Day in the life, Fiona Wharton, domain architect, UBS Chief Digital and Information Office
Fiona Wharton is a domain architect at UBS in the firm’s Chief Digital and Information Office. Based in London, she is responsible for the technology architecture for the investment bank’s financing business. She has worked for UBS for 17 years after a 15-year career as a consultant at Accenture.
6am. I wake up early and focus on getting myself ready before trying to get my teenager out of bed at 7am. If he’s not downstairs by 7.30am, I start calling for him as I don’t want him to be late. When he appears, we have breakfast together before he heads off to school on time, thus avoiding detention. I live in Hackney, and the London office is around 4km away. I’m there three days a week and I usually run, bike, or walk in – I try to build as much exercise into my daily routine as possible to avoid the need to go to the gym.
8.15am. Clear communication is important to my job. That means I usually start the day prioritizing urgent emails. Most emails are from my UBS colleagues, but I do receive external emails, particularly when I’ve been at a conference, from vendors and others sharing information they think I’ll be interested in.
9am. My meetings begin! Teamwork is essential. It’s also half the fun: managing people and complexity. As a domain architect for the Investment Bank’s financing business, my role is to design a blueprint of the IT systems, working with the business to ensure they have the right technology in place to help be successful in their roles. If we get the tech right, everything else in this highly complex business can work smoothly. As a business function, Financing serves hedge funds, investment managers, sovereign wealth funds, and global family offices, providing prime brokerage, equity swaps, clearing (listed and OTC products) and stock borrow lending activities. Collateral services are also supported. In much the same way that an architect will design a new building, I work closely with the Financing business to help them make the best decisions on application structure and style (eg, microservices and layered) combined with architecture characteristics that include availability, reliability and scalability.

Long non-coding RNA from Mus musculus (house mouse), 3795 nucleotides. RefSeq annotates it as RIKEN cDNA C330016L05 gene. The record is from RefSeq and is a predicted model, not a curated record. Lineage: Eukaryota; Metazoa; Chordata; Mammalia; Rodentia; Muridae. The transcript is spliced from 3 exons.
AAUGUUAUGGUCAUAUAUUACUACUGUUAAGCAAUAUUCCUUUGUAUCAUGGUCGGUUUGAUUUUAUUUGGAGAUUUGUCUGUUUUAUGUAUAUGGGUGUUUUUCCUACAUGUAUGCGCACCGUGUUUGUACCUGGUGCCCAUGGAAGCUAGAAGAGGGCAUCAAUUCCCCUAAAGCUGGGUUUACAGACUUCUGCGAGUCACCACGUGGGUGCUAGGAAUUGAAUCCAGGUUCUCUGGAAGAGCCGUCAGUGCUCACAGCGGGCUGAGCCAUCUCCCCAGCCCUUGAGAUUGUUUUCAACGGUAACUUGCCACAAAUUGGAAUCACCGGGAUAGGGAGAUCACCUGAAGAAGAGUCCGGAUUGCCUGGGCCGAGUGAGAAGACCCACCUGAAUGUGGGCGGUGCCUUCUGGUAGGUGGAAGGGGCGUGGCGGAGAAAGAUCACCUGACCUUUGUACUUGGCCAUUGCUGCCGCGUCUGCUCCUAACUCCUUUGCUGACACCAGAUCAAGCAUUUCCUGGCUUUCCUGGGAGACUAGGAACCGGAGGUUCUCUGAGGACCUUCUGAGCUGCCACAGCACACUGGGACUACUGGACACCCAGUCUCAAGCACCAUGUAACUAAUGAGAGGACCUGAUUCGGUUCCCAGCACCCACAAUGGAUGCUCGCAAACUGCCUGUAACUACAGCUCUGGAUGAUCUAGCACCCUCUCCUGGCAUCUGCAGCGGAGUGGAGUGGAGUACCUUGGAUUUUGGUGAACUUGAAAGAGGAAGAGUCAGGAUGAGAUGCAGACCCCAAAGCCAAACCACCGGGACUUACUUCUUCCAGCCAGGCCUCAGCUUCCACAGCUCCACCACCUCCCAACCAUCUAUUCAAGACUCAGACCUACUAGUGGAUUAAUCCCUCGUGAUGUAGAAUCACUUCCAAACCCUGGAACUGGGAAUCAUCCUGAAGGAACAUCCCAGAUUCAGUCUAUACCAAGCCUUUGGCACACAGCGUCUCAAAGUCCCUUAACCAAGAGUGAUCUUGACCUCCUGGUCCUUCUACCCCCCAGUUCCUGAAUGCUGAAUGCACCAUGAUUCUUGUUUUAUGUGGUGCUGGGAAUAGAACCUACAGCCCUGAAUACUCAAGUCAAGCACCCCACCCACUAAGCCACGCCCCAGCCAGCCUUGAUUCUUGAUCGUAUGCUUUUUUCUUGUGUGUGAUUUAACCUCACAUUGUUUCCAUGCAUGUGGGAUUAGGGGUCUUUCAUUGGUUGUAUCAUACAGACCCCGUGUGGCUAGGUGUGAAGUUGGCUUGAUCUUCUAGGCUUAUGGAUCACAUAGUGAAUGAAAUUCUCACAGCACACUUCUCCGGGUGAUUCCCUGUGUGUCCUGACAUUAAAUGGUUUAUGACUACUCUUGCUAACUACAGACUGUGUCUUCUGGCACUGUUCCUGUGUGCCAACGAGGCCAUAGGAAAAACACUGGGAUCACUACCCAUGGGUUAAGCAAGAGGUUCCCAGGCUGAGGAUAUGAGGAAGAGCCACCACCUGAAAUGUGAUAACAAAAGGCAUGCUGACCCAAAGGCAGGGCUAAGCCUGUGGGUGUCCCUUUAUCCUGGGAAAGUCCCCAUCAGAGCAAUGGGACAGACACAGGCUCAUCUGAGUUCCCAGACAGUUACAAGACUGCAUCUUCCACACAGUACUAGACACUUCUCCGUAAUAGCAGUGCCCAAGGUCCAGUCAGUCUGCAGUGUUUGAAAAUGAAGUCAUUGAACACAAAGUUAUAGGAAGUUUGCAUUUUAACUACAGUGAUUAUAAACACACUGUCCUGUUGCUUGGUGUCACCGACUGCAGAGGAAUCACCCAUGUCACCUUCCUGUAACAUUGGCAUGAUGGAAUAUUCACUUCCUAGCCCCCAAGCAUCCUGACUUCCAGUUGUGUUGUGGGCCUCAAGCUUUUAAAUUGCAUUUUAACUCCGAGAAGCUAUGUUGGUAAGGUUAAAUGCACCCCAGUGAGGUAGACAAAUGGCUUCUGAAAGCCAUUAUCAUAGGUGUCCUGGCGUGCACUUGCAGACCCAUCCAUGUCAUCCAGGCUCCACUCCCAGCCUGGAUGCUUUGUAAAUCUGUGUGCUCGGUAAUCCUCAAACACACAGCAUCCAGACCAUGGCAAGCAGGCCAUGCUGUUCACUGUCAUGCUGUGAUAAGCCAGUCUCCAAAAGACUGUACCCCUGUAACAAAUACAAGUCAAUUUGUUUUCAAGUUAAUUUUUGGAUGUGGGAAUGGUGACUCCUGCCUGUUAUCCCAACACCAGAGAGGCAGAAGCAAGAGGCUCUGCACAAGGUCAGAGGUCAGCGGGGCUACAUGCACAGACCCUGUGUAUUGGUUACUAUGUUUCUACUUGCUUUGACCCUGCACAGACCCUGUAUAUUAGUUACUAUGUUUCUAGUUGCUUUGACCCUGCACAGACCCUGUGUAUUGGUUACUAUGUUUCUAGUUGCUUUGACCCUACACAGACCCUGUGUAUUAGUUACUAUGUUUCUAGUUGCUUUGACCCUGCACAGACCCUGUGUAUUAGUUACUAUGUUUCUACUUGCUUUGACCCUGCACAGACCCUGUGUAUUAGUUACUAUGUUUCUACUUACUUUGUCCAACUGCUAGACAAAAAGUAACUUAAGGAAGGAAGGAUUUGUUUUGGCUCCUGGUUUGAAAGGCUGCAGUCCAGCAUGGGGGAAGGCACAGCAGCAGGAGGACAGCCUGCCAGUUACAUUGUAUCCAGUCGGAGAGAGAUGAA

I also ensure there’s adequate governance and that the architecture we’re implementing is fit for purpose and cost effective. My role is about the technology landscape and I’m responsible for around 150 apps where we control the code base. That requires a lot of coordination and a lot of meetings!
10am. I have a meeting with a project manager about moving applications to the cloud to review the challenges faced by impacted teams and discuss solutions to address these. Cloud migration is critical component of our overall IT strategy, which will yield significant benefits including increased agility and speed to market, IT innovation, cost transparency and better infrastructure utilization.
11am. I have a meeting on governance with another member of the team. This is to confirm that the changes we’re implementing are in line with established principles and approved architecture patterns.
12pm. I take time to have lunch and I deliberately use this time to engage in personal activities – a little “me time.” Once a week I sing with the UBS choral society, another day I volunteer at a local primary school and play games with the children to help them learn their times tables. On Fridays, I work from home and play tennis! Other times I either have lunch with a colleague or grab something to eat at my desk